This opening stanza of the Thalassaki might be described as a couplet that has been ornamented by repetition for heightened emotional effect, but as in the poetry of the Bible, there is more going on than mere repetition. The word thalassa (sea) is not simply repeated but stretched into compounds, one of them unusual (thalassonoume), the other a hapax (thalasoderneis), intensifying the passionate address. By the end of the first stanza, our ears are drenched in the sound of the sea, and we are in awe of its power. This sort of intensified repetition is not the only melismatic, device employed in the song. The refrain itself underlines, at the end of each verse, the speaker’s ambivalence towards the sea which is all things to her. It also gives the listener a point of repose:

Thalassa ki’almiro nero, na se xehaso den boro.

Sea and salt water, I can’t forget you.

In the verse that follows, the sea is asked to become rose-water to sprinkle on the door. The verse ends with a line that will become the final line of all the remaining stanzas “and bring back my little bird (a common epithet for a child) to me.” In the third stanza, the sea is addressed again, this time as the one who drowned the husband of a young girl. The sea is told, in the final stanza, that the girl is young and that black clothes (i.e. the traditional mourning clothes) do not become her (den tis pan ta mavra). In all three verses we find the use of another type of intensifier: the interpolation of the exclamation “Och Aman!” – the Greek equivalent of “Woe is me!” or “Alas!” Such extra musical phrases, called tsakismata are common in Greek folk song, and also heighten the emotional impact of the line.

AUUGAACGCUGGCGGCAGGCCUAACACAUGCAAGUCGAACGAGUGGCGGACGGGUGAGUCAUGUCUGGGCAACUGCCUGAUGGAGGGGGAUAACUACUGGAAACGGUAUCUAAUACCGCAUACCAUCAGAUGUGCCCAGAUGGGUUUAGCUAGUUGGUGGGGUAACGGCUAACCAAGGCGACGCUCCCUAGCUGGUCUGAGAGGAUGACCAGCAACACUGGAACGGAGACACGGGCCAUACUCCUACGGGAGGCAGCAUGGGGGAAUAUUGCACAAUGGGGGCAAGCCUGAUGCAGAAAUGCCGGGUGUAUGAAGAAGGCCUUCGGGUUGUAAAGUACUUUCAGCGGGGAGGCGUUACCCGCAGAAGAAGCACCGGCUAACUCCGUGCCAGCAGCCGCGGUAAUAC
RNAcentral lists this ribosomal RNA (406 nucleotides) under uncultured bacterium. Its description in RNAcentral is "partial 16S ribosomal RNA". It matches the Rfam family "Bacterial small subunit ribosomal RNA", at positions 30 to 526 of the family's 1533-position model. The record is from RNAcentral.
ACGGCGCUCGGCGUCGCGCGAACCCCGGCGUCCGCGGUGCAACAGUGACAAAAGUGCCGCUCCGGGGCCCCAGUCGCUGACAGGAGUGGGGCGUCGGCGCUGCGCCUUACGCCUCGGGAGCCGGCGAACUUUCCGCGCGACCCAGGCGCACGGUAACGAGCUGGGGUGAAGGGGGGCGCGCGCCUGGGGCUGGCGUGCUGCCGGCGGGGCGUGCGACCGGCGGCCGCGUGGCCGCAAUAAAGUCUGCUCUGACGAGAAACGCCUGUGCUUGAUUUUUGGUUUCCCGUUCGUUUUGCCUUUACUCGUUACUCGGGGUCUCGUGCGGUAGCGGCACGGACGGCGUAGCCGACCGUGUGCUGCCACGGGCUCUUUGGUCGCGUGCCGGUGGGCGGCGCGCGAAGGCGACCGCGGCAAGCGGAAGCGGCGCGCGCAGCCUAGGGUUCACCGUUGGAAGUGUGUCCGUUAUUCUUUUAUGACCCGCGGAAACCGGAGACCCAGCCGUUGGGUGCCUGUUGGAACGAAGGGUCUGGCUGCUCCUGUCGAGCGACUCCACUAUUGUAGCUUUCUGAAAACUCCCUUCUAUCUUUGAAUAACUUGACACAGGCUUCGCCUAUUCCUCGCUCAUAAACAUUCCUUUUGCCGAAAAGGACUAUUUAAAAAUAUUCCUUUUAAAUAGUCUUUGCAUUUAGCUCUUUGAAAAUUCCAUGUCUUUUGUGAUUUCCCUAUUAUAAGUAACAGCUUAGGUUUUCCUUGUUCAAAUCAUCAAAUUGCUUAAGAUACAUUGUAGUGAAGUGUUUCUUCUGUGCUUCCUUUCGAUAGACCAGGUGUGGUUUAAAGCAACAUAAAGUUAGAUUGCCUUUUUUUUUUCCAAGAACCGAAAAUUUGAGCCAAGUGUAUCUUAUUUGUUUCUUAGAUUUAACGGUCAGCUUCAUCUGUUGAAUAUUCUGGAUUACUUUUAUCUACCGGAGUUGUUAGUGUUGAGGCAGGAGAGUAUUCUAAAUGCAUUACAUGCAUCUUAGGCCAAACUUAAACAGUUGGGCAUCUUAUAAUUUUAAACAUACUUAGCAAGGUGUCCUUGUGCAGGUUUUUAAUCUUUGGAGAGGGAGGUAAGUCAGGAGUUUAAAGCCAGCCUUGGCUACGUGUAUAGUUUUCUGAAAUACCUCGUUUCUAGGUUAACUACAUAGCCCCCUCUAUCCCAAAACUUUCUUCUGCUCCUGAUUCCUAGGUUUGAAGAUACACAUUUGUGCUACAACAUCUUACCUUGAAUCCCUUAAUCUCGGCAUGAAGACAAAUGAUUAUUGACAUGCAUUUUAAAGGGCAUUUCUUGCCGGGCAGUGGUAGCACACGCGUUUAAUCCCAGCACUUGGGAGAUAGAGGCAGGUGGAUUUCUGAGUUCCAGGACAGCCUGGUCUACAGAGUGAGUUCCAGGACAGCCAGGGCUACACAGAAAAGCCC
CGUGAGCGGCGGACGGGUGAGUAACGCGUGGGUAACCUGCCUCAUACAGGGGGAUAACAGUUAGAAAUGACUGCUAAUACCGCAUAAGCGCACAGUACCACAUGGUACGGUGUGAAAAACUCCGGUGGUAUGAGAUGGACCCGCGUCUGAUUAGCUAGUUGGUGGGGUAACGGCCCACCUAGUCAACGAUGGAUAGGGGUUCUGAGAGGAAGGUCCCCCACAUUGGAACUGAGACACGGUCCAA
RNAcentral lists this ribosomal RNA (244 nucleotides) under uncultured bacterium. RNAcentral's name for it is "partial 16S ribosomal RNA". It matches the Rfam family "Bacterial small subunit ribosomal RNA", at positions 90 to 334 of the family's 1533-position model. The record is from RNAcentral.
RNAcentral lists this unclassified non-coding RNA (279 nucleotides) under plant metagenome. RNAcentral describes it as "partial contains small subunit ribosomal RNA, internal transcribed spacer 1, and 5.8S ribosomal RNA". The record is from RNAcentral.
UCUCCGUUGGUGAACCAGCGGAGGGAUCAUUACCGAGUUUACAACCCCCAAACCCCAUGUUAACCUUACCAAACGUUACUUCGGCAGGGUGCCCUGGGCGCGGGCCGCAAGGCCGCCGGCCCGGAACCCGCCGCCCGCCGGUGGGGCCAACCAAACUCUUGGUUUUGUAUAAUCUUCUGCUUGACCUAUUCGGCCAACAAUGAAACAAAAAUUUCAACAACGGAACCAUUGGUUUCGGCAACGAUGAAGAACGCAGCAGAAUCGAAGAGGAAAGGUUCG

Here is the first line of the second stanza as it would appear in 15 syllable verse:

Thalassa pou ton epnixes tis kopelas ton andra
Sea that drowned                the girl’s husband

And here it is as it appears in the song: